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From farm to fork, foodborne illness can materialize at any point during a tomato’s journey into the belly of a customer. This article will help you minimize the risk of microbial hazards associated with fresh produce. Fortunately, by using the best practices we’ll be discussing here, you can keep foodborne illness at bay.

A chef stares at a tomato in an almost hypnotic state; perhaps in awe, perhaps in fear of bacteria.
The scientific name for the tomato is Lycopersicon lycopersicum, which means, “wolf peach.”

How Sneaky Salmonella Creeps Into the BOH 

While fruits and vegetables offer undeniable health benefits, it is a myth that they are always safe to eat. In fact, one surprising vegetable/fruit/berry that is chronically responsible for achy bowels is the seemingly innocent tomato.

People tend to associate the bacterial infection, salmonella, with meat and dairy products. This paints an incomplete picture as tomatoes are also a culprit with points of infection often traced back to restaurants.

Contamination can occur from bacteria in water, soil, and from animal sources. Another common source of contamination occurs during cutting when the bacteria from an unproperly washed tomato transfers to the internal flesh. And of course, contamination from people can happen at any time from farm up until consumption.  

A chef washes fresh, whole tomatoes under running water.
Wash tomatoes under running water.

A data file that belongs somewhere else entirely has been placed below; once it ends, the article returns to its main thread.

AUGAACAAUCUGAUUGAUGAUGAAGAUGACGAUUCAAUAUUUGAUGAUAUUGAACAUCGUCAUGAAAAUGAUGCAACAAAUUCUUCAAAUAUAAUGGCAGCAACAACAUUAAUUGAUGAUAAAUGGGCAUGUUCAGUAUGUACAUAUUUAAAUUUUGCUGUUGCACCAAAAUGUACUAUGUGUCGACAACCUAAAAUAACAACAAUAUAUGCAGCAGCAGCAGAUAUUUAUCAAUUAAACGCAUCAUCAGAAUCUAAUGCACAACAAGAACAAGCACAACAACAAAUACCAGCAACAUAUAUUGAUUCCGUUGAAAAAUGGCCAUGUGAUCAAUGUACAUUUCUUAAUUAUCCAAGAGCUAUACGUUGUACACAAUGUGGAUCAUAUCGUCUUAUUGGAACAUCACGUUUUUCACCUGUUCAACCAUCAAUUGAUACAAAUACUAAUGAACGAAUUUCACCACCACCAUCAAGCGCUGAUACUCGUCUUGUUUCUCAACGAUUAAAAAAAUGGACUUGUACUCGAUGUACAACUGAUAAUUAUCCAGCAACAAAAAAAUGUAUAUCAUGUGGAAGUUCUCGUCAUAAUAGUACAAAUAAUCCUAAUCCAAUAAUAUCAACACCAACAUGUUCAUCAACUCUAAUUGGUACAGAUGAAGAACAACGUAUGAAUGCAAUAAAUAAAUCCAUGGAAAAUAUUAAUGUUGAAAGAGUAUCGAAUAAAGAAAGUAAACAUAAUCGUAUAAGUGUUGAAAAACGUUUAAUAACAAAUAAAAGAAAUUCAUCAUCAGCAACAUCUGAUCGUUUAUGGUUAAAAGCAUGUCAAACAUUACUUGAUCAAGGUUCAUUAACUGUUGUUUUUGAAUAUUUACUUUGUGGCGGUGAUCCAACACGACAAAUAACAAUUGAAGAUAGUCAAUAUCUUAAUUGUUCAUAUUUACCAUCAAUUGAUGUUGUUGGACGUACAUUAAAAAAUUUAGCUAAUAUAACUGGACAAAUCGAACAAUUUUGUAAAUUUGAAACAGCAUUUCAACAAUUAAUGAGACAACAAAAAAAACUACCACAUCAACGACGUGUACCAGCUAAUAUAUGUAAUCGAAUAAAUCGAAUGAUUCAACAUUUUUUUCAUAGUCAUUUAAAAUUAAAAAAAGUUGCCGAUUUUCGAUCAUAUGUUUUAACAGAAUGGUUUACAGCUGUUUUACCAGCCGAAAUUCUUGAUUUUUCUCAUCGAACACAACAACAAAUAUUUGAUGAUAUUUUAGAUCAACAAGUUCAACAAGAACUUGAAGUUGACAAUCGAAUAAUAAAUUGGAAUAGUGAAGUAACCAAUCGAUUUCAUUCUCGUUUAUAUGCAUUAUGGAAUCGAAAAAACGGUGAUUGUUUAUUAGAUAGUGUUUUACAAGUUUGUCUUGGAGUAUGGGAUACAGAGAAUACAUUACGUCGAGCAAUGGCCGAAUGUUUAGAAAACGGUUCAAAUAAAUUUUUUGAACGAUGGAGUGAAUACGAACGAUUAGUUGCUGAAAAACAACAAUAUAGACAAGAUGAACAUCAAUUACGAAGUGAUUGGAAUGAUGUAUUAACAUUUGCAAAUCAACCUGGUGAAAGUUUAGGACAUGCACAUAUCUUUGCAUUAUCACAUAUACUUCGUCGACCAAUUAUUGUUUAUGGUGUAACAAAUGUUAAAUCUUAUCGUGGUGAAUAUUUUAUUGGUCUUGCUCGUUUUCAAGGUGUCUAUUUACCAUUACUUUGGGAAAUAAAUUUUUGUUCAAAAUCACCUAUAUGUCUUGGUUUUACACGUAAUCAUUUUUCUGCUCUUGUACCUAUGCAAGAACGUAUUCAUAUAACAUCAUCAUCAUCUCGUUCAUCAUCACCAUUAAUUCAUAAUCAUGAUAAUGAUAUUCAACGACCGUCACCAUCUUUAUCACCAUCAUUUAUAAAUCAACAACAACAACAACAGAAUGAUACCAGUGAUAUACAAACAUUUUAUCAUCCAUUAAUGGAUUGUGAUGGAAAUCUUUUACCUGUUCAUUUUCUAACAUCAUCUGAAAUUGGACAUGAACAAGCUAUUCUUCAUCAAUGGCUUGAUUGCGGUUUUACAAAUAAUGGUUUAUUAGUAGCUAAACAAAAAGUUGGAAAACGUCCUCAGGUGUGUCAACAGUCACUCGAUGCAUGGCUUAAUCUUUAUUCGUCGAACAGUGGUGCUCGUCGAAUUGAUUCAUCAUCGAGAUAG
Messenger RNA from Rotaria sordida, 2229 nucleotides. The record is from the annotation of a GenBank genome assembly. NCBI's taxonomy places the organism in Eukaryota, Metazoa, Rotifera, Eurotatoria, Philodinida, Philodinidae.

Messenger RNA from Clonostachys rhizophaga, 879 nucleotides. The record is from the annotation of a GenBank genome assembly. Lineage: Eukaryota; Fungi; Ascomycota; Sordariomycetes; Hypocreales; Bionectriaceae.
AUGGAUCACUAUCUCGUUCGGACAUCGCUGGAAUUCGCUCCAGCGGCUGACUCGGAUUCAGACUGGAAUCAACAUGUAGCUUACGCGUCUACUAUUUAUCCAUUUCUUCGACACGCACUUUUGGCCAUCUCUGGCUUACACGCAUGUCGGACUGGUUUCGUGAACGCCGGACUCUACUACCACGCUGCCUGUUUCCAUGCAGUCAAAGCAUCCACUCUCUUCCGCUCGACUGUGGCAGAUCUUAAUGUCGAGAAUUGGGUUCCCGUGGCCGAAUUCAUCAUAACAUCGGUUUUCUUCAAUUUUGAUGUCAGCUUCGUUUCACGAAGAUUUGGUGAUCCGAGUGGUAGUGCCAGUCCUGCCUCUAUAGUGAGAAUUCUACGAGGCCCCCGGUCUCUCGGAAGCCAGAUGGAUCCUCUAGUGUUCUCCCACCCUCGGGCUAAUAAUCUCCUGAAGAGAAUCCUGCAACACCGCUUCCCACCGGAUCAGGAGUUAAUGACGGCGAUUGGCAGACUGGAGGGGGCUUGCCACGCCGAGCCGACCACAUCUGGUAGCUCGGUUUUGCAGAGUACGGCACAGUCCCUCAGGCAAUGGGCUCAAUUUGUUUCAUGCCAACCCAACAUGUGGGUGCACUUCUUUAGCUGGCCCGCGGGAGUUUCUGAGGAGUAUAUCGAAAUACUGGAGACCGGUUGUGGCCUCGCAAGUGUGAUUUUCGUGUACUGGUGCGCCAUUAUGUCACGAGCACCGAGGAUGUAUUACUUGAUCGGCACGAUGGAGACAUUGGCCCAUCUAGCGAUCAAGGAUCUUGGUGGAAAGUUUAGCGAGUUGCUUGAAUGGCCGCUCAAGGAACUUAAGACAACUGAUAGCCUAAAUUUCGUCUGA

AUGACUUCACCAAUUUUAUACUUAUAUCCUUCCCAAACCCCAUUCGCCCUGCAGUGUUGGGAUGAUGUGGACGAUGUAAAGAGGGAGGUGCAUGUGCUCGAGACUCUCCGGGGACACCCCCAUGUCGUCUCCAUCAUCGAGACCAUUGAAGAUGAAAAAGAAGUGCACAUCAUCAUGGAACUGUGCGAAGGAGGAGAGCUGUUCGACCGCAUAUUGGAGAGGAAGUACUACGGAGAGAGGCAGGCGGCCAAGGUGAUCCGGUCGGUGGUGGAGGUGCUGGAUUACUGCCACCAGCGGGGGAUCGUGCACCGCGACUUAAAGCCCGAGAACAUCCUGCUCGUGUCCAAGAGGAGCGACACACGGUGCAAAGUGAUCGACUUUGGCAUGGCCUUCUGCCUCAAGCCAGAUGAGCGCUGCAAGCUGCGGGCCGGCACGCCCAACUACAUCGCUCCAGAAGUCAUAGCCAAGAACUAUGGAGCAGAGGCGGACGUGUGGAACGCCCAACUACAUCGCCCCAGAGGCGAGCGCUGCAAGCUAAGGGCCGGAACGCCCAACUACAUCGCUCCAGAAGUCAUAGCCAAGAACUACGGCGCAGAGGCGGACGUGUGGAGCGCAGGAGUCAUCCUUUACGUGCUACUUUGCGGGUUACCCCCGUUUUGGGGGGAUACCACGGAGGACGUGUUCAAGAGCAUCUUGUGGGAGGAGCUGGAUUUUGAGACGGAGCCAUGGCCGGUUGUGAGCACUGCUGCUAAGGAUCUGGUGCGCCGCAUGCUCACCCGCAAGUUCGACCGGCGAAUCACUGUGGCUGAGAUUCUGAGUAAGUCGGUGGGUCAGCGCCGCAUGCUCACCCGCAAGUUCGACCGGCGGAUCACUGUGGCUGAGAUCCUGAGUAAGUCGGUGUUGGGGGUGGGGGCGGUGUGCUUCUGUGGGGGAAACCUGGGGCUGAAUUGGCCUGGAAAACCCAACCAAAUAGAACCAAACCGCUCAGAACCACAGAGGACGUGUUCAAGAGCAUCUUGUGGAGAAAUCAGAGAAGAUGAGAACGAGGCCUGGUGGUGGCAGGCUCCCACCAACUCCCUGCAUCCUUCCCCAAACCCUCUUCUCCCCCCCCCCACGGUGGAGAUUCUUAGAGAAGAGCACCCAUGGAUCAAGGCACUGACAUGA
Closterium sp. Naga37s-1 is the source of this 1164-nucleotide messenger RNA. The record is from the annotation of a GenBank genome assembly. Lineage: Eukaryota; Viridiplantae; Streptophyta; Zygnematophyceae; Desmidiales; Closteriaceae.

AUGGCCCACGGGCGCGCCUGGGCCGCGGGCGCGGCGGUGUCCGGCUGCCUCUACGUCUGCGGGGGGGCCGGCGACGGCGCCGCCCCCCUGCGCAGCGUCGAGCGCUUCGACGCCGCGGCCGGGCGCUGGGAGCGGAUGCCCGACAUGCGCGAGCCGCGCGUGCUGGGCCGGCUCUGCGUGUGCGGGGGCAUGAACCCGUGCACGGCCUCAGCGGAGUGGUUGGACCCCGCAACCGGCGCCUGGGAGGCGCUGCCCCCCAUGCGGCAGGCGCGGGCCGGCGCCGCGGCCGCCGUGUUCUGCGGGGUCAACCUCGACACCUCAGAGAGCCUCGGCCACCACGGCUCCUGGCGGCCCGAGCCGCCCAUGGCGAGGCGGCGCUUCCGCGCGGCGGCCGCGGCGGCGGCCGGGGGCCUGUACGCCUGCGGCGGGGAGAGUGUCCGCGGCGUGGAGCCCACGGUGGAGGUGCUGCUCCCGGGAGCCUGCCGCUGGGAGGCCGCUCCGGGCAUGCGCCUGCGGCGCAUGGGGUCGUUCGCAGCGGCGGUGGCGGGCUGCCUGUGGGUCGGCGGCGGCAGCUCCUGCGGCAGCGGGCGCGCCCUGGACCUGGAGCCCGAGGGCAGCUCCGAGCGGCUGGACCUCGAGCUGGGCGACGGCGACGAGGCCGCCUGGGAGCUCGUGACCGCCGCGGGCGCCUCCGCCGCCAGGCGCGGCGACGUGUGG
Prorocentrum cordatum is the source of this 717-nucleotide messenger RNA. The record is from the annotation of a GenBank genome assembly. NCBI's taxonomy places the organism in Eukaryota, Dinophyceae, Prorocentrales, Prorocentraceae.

To avoid salmonella and other bacterial infections, follow our tried-and-true best practices backed by the Environmental Health Specialists Network (EHS-Net), a collaboration of environmental health specialists that research restaurant food safety policies and practices.

Washing, Temperature Control, & Sanitation Tips for Tomatoes

Tomatoes are delicate and require more attention than they often receive in the back-of-house. On the whole, studies pinpoint improper holding temperatures as the greatest threat to safety. Likewise, the method used for washing them in the foodservice industry is very specific and this routine isn’t always followed. In light of these findings, here are the best ways to safely handle tomatoes in commercial kitchens.

Tomatoes are cut on their own cutting board, with gloves and a clean knife.
Tomatoes require their own cutting board and single-use gloves.

Recommendations for Handling Tomatoes in Commercial Kitchens

  • Wash whole tomatoes under running water. Do not allow tomatoes to soak in standing water as any contamination may be absorbed through the tomato’s skin.
  • When washing tomatoes, keep the water temperature at least 10 degrees warmer than the tomato itself.
  • Separate tomatoes from meat and other produce during preparation. Tomatoes require their own cutting board to avoid cross contamination.
  • Ready-to-eat foods —- raw produce, for instance — require single-use gloves to be worn during prep.
  • Tomatoes are happiest at 41 degrees or less and shouldn’t be held at higher temperatures after cutting.
  • Holding cut tomatoes at temperatures higher than 41 degrees could lead to bacterial growth and faster decay. If refrigeration isn’t possible, hold unrefrigerated cut tomato pieces for 4 hours or less.
  • If possible, make sure tomatoes are refrigerated during all stages of production and transportation.  
Chef adds salt to sliced tomatoes.
Tomatoes are full of vitamins and minerals — especially vitamin C, vitamin A, vitamin E, and potassium. 

Tomato Time

Tomatoes are a beloved part of our commercial kitchens. Following best practices for washing, temperature control, and general sanitation helps keep bacteria off our nutrient-dense superfood and create delicious and safe cuisine while adding a splash of color to salads, entrees and appetizers.

Next Up: How to Manage Sick Foodservice Employees


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